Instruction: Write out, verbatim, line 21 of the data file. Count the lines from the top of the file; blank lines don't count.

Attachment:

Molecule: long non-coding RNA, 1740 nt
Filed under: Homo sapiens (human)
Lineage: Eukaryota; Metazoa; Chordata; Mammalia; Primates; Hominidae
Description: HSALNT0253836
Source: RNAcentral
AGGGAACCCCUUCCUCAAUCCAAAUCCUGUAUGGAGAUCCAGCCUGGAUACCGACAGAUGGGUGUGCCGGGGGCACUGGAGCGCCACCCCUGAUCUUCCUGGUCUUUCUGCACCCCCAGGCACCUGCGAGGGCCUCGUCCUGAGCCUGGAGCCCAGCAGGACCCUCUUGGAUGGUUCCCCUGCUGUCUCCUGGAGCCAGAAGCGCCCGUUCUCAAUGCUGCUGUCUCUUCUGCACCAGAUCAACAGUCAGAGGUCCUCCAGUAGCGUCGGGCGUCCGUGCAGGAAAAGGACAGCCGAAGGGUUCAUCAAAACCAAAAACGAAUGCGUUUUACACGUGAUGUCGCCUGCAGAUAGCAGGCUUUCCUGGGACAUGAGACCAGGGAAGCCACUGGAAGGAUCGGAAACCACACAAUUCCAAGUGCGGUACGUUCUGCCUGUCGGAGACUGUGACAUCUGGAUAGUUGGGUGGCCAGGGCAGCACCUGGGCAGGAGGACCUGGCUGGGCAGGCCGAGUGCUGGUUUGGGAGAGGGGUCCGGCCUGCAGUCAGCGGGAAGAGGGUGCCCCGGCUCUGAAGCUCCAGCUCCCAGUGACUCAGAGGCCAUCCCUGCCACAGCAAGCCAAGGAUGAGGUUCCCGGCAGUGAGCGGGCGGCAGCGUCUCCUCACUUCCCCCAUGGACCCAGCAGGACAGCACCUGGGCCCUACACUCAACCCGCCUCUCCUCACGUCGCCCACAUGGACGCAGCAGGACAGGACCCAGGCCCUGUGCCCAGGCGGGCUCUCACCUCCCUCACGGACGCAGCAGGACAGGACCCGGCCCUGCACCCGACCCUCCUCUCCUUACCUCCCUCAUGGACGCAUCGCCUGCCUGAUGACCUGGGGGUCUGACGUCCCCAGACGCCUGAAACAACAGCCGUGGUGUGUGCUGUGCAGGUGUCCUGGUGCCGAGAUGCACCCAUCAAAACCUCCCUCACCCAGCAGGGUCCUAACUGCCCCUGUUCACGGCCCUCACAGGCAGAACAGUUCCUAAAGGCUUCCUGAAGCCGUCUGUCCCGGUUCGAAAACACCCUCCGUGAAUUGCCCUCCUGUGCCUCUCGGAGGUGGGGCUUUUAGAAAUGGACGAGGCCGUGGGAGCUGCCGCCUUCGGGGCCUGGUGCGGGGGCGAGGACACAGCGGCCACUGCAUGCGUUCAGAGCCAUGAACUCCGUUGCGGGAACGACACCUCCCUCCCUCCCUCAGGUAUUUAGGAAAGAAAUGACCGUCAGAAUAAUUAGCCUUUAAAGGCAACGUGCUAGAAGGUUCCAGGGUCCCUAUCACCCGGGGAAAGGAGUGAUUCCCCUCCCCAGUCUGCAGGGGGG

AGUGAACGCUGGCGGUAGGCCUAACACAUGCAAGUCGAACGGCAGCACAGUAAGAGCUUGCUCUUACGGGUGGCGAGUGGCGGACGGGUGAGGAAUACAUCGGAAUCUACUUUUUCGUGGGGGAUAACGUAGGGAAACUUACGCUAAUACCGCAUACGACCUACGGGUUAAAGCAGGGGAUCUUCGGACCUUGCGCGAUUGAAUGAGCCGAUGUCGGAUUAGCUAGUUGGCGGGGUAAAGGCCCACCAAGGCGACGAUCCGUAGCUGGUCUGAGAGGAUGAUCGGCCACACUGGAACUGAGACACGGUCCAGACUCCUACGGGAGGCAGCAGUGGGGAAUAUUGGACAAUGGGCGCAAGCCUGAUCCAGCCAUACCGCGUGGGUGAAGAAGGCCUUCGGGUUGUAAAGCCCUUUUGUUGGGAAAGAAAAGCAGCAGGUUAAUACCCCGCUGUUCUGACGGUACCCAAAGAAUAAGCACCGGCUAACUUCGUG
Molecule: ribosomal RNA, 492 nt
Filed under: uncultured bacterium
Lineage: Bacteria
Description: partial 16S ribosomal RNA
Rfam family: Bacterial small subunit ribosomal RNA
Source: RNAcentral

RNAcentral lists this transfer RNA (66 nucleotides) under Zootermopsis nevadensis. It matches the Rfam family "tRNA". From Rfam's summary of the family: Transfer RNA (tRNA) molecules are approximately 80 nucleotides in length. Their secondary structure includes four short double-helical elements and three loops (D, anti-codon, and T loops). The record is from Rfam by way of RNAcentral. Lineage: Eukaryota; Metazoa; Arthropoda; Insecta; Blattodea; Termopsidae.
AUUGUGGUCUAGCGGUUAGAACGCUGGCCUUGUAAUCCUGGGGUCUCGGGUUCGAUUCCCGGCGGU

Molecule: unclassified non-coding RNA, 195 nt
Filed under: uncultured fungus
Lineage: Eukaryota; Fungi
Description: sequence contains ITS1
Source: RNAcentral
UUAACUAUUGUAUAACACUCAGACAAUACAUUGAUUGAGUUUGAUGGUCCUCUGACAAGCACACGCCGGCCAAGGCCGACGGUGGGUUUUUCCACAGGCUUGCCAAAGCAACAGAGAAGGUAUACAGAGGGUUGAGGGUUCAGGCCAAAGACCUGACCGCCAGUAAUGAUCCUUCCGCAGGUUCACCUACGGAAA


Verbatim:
UUAACUAUUGUAUAACACUCAGACAAUACAUUGAUUGAGUUUGAUGGUCCUCUGACAAGCACACGCCGGCCAAGGCCGACGGUGGGUUUUUCCACAGGCUUGCCAAAGCAACAGAGAAGGUAUACAGAGGGUUGAGGGUUCAGGCCAAAGACCUGACCGCCAGUAAUGAUCCUUCCGCAGGUUCACCUACGGAAA